Radiologic-pathologic analysis of increased ethanol localization and ablative extent achieved by ethyl cellulose.
Ethanol provides a rapid, low-cost ablative solution for liver tumors with a small technological footprint but suffers from uncontrolled diffusion in target tissue, limiting treatment precision and accuracy. Incorporating the gel-forming polymer ethyl cellulose to ethanol localizes the distribution. The purpose of this study was to establish a non-invasive methodology based on CT imaging to quantitatively determine the relationship between the delivery parameters of the EC-ethanol formulation, its distribution, and the corresponding necrotic volume. The relationship of radiodensity to ethanol concentration was characterized with water-ethanol surrogates. Ex vivo EC-ethanol ablations were performed to optimize the formulation (n = 6). In vivo ablations were performed to compare the optimal EC-ethanol formulation to pure ethanol (n = 6). Ablations were monitored with CT and ethanol distribution volume was quantified. Livers were removed, sectioned and stained with NADH-diaphorase to determine the ablative extent, and a detailed time-course histological study was performed to assess the wound healing process. CT imaging of ethanol-water surrogates demonstrated the ethanol concentration-radiodensity relationship is approximately linear. A concentration of 12% EC in ethanol created the largest distribution volume, more than eight-fold that of pure ethanol, ex vivo. In vivo, 12% EC-ethanol was superior to pure ethanol, yielding a distribution volume three-fold greater and an ablation zone six-fold greater than pure ethanol. Finally, a time course histological evaluation of the liver post-ablation with 12% EC-ethanol and pure ethanol revealed that while both induce coagulative necrosis and similar tissue responses at 1-4 weeks post-ablation, 12% EC-ethanol yielded a larger ablation zone. The current study demonstrates the suitability of CT imaging to determine distribution volume and concentration of ethanol in tissue. The distribution volume of EC-ethanol is nearly equivalent to the resultant necrotic volume and increases distribution and necrosis compared to pure ethanol.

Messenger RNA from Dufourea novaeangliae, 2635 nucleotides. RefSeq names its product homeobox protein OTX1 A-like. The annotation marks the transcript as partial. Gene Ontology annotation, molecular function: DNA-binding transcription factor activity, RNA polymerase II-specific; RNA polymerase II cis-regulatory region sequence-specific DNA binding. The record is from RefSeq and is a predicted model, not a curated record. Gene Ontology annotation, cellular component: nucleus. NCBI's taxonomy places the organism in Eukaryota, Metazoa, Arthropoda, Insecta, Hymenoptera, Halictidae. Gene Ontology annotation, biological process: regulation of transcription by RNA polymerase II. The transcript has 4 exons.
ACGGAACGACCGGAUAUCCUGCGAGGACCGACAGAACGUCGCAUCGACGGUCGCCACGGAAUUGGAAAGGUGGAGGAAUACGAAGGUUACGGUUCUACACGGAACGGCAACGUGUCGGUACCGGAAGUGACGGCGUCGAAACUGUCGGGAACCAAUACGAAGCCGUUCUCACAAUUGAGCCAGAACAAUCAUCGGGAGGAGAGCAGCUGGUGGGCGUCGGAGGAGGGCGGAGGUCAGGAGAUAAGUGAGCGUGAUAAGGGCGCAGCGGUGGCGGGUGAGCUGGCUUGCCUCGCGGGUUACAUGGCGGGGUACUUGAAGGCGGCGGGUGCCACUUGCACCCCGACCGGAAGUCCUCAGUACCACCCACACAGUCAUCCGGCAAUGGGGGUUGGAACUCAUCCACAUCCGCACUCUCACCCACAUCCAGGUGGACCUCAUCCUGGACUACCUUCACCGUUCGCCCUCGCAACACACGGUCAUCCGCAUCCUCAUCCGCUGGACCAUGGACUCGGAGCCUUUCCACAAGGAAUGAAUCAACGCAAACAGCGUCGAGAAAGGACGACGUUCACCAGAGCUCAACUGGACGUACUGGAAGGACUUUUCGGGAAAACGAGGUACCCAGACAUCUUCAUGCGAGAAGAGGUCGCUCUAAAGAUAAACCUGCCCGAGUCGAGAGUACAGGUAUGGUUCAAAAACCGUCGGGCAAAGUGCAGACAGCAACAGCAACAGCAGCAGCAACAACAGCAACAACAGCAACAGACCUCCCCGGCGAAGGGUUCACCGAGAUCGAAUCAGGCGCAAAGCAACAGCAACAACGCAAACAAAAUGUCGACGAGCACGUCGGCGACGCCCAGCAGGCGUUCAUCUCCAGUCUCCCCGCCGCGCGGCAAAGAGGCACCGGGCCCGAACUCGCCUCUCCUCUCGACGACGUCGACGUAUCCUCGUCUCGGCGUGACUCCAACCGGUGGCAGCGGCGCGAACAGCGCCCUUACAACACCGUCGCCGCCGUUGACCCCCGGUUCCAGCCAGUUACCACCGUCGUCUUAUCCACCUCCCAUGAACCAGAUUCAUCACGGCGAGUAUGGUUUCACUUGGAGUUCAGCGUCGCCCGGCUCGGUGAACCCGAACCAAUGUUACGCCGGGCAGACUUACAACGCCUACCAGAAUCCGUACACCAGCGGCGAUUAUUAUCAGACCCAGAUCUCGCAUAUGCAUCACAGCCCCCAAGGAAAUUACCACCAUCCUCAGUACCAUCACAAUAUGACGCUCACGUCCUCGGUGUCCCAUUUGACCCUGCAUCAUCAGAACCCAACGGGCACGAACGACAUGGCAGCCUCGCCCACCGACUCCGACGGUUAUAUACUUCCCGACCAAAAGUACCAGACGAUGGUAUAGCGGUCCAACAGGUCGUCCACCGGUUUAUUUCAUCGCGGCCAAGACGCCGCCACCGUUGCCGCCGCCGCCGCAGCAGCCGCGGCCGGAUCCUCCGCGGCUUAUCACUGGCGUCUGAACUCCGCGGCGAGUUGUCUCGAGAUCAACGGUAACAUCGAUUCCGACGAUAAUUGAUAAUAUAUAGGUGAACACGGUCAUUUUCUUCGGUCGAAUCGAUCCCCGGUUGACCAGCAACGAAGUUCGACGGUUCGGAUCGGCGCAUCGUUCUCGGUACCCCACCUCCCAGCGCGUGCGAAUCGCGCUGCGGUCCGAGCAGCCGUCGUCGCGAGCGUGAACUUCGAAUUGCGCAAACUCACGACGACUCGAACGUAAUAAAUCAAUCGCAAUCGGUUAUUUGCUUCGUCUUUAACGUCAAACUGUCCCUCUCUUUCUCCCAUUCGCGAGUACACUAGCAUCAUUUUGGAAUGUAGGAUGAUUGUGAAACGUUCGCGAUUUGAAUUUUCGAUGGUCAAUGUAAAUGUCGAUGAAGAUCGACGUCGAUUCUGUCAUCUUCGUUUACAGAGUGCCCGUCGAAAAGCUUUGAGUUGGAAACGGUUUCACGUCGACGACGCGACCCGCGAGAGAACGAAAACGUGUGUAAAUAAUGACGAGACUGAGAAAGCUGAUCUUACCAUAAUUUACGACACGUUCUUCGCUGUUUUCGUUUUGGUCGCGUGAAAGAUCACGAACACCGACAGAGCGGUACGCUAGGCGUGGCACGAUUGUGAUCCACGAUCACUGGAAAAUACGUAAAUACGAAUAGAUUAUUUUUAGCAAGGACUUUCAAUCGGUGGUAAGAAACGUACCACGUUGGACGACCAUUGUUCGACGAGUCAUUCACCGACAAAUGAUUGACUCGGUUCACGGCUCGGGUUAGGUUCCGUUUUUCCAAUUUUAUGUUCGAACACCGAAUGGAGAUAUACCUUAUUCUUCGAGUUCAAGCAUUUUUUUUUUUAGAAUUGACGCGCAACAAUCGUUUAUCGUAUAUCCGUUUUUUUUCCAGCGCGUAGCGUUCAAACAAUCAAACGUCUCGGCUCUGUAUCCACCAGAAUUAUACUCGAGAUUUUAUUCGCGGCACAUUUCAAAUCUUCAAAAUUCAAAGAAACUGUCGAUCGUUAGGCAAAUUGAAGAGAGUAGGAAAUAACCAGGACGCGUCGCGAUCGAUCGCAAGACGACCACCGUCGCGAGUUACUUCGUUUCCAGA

Chelales, E; Morhard, R; Nief, C; Crouch, B; Everitt, JI; Sag, AA; Ramanujam, N
Volume / Issue
Start / End Page
Pubmed Central ID
Electronic International Standard Serial Number (EISSN)
Digital Object Identifier (DOI)